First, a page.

Night of Miracles
By Elizabeth Berg. (Random House, 267 pages, $26.)
Sometimes you just want a warm bath of a book. “Night of Miracles,” in which Elizabeth Berg revisits the Midwestern setting of her bestselling “The Story of Arthur Truluv,” all but serves you a cup of cocoa and tucks you into bed.
“Miracles” brings back Arthur’s lonely neighbor, Lucille, and Maddy, the young woman he had “adopted.” Newcomers are a rueful divorcee who’s moved from the East Coast for a fresh start; a lovelorn waitress and her would-be suitor, the local cabdriver; and a young family facing a health crisis.
All are looking for love, or at least community; and all of course are intertwined in the way a small town dictates. Having read “Truluv” offers a bit of background and depth, but it’s not necessary to understand and appreciate these folks.
This is not a challenging book; there are no confusing timelines or complex characters or last-minute twists. But there is simple, lovely prose and a sense of yearning that is contagious and comforting. You can almost smell the cinnamon from Lucille’s home-based bakery, and what better antidote to the stressful world?
Nine Perfect Strangers
By Liane Moriarty. (Flatiron Books, 453 pages, $28.99.)
“Big Little Lies” author Liane Moriarty is back, with a page-turner that’s already set to become another star vehicle for Nicole Kidman (whose performance helped make HBO’s miniseries even better than the 2014 bestseller).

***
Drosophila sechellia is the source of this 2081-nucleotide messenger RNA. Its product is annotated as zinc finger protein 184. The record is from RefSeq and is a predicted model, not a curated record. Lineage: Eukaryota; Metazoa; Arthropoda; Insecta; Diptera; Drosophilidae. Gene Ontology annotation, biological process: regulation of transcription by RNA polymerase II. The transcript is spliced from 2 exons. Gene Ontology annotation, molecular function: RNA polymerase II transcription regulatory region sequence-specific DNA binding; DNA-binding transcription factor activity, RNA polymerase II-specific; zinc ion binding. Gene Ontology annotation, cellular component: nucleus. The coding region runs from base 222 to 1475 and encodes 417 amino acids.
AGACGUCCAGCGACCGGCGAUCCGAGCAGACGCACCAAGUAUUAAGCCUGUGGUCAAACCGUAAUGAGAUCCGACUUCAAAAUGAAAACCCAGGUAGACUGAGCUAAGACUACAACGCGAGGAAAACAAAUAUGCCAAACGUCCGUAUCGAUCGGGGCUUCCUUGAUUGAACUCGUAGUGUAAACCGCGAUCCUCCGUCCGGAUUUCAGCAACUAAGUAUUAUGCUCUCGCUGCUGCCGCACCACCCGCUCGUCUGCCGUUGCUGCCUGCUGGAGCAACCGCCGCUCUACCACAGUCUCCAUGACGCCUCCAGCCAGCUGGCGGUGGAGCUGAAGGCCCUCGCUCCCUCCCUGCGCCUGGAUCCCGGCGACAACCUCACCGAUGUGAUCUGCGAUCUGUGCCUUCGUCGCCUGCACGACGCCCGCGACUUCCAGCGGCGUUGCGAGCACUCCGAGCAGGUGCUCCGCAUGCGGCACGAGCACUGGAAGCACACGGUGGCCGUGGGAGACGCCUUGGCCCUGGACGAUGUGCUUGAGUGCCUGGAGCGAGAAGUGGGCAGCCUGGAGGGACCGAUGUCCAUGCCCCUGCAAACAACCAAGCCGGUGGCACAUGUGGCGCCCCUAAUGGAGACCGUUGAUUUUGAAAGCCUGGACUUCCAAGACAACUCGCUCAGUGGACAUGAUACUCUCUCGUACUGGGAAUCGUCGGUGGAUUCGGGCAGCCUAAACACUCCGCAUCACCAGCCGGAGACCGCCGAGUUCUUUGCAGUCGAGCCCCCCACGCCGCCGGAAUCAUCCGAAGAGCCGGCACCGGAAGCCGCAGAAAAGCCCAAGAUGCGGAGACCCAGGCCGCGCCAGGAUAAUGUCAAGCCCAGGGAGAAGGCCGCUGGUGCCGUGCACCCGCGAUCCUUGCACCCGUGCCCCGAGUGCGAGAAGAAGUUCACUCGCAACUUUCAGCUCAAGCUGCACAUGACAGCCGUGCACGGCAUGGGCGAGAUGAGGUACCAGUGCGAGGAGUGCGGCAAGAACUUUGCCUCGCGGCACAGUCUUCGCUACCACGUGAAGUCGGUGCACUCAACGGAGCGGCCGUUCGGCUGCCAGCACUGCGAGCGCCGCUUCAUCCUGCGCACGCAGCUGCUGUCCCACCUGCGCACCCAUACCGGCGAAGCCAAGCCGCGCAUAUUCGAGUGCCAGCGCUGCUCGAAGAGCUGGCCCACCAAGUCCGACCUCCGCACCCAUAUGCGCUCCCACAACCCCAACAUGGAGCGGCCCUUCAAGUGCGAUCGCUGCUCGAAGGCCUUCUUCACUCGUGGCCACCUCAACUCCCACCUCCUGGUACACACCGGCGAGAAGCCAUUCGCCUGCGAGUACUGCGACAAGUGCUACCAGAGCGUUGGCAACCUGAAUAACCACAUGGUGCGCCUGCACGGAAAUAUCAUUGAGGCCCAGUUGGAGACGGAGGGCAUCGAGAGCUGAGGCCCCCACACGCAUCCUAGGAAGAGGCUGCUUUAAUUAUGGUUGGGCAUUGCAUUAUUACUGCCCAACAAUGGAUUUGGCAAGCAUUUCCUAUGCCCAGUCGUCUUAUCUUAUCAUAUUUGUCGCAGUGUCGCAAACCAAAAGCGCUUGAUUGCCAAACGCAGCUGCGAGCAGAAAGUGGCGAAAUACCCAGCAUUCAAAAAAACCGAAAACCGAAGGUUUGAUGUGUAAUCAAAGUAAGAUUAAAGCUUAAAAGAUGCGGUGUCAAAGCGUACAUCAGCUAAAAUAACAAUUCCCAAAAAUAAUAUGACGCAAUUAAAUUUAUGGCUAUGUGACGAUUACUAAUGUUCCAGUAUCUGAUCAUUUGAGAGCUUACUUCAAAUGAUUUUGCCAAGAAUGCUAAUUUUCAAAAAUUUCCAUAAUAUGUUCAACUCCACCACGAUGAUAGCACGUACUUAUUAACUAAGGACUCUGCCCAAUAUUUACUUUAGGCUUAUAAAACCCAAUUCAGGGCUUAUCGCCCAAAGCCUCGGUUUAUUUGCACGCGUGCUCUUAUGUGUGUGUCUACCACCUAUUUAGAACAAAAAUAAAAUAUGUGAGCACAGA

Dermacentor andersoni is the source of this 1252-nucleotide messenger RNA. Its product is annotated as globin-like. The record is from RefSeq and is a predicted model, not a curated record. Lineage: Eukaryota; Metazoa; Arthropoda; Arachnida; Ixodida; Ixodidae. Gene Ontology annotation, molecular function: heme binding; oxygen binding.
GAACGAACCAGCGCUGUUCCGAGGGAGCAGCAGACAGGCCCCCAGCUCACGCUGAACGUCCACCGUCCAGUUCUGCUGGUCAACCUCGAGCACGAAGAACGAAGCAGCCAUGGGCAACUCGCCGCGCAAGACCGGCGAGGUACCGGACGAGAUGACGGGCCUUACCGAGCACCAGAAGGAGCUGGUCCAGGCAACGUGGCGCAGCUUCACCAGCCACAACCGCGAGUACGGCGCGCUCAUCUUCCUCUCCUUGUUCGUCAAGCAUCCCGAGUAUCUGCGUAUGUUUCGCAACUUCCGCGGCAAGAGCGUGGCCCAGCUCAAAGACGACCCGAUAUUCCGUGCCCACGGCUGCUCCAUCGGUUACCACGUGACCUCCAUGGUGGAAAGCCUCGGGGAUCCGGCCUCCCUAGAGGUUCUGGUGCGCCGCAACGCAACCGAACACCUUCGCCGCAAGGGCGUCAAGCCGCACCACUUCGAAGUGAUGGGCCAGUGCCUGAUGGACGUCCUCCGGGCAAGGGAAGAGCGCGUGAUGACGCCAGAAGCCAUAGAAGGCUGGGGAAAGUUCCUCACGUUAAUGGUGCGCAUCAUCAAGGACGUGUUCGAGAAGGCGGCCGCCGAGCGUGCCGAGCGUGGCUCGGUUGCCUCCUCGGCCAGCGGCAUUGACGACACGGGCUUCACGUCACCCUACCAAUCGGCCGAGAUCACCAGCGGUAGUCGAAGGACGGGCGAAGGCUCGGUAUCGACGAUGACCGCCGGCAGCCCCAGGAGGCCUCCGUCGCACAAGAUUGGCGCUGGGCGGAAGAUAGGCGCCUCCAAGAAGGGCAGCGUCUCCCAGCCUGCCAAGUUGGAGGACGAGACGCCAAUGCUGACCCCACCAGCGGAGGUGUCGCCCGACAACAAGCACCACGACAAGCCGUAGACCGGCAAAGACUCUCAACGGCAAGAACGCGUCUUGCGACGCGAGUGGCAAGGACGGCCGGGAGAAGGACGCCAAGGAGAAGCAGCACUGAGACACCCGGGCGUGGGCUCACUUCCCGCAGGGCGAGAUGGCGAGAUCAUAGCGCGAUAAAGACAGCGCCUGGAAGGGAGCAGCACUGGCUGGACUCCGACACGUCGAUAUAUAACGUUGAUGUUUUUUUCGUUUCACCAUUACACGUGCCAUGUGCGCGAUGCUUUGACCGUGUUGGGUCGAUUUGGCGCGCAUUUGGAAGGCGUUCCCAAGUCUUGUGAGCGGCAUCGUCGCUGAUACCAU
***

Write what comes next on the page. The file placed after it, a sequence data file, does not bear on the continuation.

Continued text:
Kidman, whom Moriarty thanks in her acknowledgments, snapped up the rights to “Nine Perfect Strangers” even before reading it. Lucky for her, it’s a winner, even if it doesn’t cut to the bone quite like “Big Little Lies.”
We meet Moriarty’s titular strangers as they arrive at a remote Aussie wellness resort called Tranquillum House, all seeking healing of some kind. The book hops from one perspective to the next: the once-bestselling romance novelist with a broken heart, the married couple whose life was ruined by a lottery win, the family of three that used to be four and is about to go through another painful anniversary.
All the while, it becomes increasingly clear that something isn’t quite right at Tranquillum House or with its mysterious owner Masha, even though the smoothies taste delightful.
Moriarty manages to poke clever fun without being mean, and she times each reveal well. The way her characters’ back stories reel in the reader made me think of binge-watching ABC’s “Lost.” The ending of “Nine Perfect Strangers,” however, is much more satisfying.